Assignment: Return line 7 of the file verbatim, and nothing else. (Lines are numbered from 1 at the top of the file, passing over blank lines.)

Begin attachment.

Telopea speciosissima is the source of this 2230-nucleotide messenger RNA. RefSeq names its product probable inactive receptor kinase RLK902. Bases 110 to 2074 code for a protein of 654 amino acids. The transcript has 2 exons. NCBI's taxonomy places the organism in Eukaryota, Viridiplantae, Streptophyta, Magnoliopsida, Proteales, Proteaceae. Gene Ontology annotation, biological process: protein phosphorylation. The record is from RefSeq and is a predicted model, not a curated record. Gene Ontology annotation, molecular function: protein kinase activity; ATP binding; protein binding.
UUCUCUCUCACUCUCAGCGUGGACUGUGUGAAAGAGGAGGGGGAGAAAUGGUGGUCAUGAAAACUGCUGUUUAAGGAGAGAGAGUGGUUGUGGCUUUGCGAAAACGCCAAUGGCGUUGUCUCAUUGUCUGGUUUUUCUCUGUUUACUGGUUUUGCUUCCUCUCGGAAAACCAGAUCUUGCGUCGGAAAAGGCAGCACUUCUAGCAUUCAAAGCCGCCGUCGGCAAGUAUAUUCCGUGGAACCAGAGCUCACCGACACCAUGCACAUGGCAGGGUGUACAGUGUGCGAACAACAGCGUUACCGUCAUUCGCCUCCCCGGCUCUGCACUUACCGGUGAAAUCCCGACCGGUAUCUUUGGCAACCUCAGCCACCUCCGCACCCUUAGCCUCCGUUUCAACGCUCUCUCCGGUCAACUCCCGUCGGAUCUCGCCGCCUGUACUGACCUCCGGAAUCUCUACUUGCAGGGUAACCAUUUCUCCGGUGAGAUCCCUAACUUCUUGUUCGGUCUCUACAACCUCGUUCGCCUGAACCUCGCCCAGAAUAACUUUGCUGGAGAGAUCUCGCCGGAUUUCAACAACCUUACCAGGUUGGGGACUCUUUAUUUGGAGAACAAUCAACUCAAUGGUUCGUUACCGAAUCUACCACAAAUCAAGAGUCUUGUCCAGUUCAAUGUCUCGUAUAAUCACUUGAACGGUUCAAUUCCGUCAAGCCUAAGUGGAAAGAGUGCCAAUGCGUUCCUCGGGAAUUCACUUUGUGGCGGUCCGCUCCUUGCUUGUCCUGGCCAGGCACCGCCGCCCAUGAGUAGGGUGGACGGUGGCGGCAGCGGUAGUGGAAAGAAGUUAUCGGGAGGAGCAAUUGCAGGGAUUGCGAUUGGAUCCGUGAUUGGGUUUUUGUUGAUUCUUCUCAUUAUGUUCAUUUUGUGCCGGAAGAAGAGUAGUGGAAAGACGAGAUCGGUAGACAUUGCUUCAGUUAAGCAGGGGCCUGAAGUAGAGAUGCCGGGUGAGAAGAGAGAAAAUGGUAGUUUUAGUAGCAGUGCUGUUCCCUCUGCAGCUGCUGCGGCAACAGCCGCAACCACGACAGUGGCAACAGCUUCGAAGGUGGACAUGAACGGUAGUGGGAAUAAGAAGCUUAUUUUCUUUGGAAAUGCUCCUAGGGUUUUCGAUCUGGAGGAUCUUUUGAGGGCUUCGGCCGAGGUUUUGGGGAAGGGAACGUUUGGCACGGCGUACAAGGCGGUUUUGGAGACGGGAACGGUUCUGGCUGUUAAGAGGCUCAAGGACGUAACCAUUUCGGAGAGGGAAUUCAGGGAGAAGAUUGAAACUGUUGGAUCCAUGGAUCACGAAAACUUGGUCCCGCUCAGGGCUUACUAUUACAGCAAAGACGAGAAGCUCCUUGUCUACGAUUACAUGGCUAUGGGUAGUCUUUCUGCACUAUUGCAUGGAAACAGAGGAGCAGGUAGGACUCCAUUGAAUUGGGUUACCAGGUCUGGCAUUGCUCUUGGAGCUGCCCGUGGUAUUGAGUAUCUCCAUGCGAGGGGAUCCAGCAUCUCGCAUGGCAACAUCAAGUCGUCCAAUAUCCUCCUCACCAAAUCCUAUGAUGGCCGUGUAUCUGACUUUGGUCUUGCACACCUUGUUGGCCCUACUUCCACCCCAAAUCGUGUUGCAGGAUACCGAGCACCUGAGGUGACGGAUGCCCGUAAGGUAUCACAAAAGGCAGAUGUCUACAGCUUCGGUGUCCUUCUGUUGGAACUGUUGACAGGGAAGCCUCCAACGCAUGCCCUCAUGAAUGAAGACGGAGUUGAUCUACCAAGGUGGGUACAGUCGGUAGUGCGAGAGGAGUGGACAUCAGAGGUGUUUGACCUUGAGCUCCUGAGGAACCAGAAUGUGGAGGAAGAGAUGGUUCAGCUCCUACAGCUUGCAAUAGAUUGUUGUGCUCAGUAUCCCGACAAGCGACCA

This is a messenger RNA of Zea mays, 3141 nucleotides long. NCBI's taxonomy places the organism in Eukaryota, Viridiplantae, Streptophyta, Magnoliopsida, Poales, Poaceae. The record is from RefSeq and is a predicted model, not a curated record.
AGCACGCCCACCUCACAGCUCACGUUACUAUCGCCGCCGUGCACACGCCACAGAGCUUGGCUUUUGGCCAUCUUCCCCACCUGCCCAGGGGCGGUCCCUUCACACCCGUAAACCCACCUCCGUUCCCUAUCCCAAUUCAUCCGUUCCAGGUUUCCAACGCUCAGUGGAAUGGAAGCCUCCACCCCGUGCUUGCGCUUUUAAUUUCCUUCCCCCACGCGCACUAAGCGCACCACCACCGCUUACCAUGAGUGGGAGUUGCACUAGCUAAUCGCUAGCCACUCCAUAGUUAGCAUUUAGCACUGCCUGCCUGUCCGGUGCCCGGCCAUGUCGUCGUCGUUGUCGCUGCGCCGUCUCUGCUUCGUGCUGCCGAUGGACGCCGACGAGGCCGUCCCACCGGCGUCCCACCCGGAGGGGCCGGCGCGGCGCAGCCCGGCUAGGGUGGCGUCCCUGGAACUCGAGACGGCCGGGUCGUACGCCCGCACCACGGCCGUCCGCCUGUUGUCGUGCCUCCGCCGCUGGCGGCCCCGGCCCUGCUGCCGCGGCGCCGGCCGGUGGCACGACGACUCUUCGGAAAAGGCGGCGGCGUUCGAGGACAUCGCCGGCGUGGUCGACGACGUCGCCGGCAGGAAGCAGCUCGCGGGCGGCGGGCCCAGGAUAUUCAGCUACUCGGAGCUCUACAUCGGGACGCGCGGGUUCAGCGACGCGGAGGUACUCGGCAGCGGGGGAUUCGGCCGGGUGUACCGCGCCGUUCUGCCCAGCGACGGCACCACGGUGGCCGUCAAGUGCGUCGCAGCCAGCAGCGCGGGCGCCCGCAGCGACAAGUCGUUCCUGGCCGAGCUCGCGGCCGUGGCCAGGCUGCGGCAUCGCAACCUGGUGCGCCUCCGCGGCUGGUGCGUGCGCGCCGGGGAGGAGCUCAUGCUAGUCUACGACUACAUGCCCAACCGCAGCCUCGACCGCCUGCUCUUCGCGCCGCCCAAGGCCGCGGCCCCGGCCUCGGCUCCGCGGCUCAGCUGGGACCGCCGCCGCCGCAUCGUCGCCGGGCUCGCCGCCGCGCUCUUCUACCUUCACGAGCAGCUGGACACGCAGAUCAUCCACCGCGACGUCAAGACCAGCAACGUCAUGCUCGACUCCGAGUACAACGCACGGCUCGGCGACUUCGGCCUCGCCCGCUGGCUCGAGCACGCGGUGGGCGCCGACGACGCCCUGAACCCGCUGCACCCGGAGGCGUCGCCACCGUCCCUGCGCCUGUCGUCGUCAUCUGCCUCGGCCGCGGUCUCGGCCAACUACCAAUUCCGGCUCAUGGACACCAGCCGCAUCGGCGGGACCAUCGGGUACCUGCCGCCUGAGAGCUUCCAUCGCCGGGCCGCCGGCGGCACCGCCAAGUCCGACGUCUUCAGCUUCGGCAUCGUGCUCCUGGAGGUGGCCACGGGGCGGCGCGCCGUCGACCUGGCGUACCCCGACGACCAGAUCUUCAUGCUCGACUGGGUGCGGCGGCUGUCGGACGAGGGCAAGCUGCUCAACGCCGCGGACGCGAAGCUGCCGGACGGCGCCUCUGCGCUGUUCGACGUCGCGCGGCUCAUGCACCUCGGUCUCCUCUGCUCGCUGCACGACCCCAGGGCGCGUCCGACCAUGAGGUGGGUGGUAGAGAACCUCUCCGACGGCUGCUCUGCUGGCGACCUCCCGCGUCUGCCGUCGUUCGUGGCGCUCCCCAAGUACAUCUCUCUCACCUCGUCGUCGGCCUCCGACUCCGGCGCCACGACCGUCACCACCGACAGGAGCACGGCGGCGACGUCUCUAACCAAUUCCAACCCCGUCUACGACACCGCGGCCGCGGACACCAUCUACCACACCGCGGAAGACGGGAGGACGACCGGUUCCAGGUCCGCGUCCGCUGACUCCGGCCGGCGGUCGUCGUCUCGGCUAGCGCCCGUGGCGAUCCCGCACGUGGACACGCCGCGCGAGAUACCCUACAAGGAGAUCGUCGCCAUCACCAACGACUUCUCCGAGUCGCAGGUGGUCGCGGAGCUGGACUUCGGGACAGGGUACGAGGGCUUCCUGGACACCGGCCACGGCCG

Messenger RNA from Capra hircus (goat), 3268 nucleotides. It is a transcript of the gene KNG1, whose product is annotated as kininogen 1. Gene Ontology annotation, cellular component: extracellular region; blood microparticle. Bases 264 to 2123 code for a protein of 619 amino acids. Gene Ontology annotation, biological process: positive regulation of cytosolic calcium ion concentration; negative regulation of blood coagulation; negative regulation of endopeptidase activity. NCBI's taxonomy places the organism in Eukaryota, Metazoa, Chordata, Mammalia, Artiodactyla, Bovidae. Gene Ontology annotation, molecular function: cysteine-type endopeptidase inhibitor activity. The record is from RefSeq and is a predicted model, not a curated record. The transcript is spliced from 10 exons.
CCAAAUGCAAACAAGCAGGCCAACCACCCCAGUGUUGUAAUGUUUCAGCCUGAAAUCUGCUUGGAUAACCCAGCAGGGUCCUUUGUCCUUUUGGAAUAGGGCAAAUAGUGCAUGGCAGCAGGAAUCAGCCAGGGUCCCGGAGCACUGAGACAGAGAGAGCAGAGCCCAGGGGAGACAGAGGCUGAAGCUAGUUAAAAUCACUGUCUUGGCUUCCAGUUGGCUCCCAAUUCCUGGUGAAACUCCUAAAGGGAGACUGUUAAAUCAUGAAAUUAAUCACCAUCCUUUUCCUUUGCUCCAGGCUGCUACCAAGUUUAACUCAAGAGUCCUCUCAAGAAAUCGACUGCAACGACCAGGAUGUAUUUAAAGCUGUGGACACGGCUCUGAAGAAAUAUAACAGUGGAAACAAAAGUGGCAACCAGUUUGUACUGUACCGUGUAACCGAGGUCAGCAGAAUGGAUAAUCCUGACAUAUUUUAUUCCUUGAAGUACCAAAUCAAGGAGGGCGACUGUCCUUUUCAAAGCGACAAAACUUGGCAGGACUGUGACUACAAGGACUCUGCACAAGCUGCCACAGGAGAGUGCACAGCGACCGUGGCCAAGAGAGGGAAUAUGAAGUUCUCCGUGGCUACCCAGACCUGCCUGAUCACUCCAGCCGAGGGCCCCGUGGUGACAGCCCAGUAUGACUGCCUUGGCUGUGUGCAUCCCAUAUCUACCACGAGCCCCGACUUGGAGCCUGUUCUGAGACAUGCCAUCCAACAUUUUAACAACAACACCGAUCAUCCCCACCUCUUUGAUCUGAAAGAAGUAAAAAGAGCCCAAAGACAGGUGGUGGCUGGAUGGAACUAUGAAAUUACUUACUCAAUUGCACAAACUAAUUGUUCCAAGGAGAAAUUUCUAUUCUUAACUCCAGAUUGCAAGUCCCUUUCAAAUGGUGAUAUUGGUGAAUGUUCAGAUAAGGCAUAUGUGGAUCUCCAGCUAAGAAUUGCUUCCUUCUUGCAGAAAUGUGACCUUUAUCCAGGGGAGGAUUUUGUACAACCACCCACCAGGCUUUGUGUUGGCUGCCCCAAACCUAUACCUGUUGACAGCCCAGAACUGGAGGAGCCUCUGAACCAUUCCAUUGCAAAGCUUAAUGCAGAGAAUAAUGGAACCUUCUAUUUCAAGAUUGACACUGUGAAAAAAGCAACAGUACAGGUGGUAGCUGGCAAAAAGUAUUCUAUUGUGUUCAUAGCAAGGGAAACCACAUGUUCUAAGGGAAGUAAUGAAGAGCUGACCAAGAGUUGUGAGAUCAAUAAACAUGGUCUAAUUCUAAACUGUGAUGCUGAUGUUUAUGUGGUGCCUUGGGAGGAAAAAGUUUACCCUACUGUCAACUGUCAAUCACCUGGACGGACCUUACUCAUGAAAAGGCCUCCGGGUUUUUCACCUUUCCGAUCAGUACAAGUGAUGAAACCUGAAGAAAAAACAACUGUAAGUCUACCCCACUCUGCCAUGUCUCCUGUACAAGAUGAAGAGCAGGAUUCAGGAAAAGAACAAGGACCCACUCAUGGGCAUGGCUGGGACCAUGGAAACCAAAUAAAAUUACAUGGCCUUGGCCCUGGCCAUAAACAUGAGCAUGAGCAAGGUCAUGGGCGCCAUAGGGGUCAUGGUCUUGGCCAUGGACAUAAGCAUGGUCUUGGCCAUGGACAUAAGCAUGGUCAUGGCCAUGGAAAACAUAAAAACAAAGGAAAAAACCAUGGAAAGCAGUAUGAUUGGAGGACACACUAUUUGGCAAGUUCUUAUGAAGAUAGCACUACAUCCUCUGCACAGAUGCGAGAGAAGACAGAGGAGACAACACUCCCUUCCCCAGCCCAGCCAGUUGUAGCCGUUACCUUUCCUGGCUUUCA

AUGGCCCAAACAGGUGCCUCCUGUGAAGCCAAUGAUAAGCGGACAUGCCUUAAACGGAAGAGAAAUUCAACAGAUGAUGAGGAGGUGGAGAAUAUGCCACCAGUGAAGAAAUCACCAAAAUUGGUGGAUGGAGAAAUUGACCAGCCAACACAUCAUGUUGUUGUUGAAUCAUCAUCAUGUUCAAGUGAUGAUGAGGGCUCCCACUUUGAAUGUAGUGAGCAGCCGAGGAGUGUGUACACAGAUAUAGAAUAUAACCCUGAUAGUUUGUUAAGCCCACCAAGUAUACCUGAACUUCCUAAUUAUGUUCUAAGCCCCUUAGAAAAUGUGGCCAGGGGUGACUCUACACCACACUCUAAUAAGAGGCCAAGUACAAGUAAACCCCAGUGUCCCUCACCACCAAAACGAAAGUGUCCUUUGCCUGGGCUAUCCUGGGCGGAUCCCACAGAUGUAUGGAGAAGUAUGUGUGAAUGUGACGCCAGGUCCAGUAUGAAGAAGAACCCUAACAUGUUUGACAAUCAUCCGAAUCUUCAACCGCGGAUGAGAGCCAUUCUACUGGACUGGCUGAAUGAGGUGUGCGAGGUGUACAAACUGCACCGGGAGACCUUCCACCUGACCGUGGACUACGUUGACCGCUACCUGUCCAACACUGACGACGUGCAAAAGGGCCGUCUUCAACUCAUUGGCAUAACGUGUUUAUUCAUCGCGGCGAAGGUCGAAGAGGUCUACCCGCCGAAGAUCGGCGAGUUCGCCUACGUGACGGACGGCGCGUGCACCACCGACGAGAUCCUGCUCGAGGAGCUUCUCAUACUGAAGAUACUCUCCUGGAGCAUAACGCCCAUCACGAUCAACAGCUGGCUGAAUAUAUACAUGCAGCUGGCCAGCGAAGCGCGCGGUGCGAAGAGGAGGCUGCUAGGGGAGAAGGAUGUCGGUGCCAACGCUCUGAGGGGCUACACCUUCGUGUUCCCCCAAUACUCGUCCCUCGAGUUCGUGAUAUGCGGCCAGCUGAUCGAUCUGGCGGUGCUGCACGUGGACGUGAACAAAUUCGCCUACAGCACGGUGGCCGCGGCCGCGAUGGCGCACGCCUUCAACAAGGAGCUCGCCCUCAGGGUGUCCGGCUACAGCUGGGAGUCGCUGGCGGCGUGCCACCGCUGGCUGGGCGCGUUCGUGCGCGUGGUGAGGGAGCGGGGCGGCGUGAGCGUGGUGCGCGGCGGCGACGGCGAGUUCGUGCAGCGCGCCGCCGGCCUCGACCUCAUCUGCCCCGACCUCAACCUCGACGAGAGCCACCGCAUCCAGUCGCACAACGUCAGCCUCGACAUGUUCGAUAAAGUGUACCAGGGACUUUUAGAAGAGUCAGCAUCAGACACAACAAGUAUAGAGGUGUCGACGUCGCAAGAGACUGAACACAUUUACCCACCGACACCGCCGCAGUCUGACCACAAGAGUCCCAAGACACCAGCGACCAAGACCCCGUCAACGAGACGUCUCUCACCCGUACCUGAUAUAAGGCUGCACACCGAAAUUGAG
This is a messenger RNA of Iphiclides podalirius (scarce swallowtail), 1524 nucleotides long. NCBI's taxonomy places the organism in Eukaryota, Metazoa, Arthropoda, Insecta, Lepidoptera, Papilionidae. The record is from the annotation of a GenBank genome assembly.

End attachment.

AUGGCCCAAACAGGUGCCUCCUGUGAAGCCAAUGAUAAGCGGACAUGCCUUAAACGGAAGAGAAAUUCAACAGAUGAUGAGGAGGUGGAGAAUAUGCCACCAGUGAAGAAAUCACCAAAAUUGGUGGAUGGAGAAAUUGACCAGCCAACACAUCAUGUUGUUGUUGAAUCAUCAUCAUGUUCAAGUGAUGAUGAGGGCUCCCACUUUGAAUGUAGUGAGCAGCCGAGGAGUGUGUACACAGAUAUAGAAUAUAACCCUGAUAGUUUGUUAAGCCCACCAAGUAUACCUGAACUUCCUAAUUAUGUUCUAAGCCCCUUAGAAAAUGUGGCCAGGGGUGACUCUACACCACACUCUAAUAAGAGGCCAAGUACAAGUAAACCCCAGUGUCCCUCACCACCAAAACGAAAGUGUCCUUUGCCUGGGCUAUCCUGGGCGGAUCCCACAGAUGUAUGGAGAAGUAUGUGUGAAUGUGACGCCAGGUCCAGUAUGAAGAAGAACCCUAACAUGUUUGACAAUCAUCCGAAUCUUCAACCGCGGAUGAGAGCCAUUCUACUGGACUGGCUGAAUGAGGUGUGCGAGGUGUACAAACUGCACCGGGAGACCUUCCACCUGACCGUGGACUACGUUGACCGCUACCUGUCCAACACUGACGACGUGCAAAAGGGCCGUCUUCAACUCAUUGGCAUAACGUGUUUAUUCAUCGCGGCGAAGGUCGAAGAGGUCUACCCGCCGAAGAUCGGCGAGUUCGCCUACGUGACGGACGGCGCGUGCACCACCGACGAGAUCCUGCUCGAGGAGCUUCUCAUACUGAAGAUACUCUCCUGGAGCAUAACGCCCAUCACGAUCAACAGCUGGCUGAAUAUAUACAUGCAGCUGGCCAGCGAAGCGCGCGGUGCGAAGAGGAGGCUGCUAGGGGAGAAGGAUGUCGGUGCCAACGCUCUGAGGGGCUACACCUUCGUGUUCCCCCAAUACUCGUCCCUCGAGUUCGUGAUAUGCGGCCAGCUGAUCGAUCUGGCGGUGCUGCACGUGGACGUGAACAAAUUCGCCUACAGCACGGUGGCCGCGGCCGCGAUGGCGCACGCCUUCAACAAGGAGCUCGCCCUCAGGGUGUCCGGCUACAGCUGGGAGUCGCUGGCGGCGUGCCACCGCUGGCUGGGCGCGUUCGUGCGCGUGGUGAGGGAGCGGGGCGGCGUGAGCGUGGUGCGCGGCGGCGACGGCGAGUUCGUGCAGCGCGCCGCCGGCCUCGACCUCAUCUGCCCCGACCUCAACCUCGACGAGAGCCACCGCAUCCAGUCGCACAACGUCAGCCUCGACAUGUUCGAUAAAGUGUACCAGGGACUUUUAGAAGAGUCAGCAUCAGACACAACAAGUAUAGAGGUGUCGACGUCGCAAGAGACUGAACACAUUUACCCACCGACACCGCCGCAGUCUGACCACAAGAGUCCCAAGACACCAGCGACCAAGACCCCGUCAACGAGACGUCUCUCACCCGUACCUGAUAUAAGGCUGCACACCGAAAUUGAG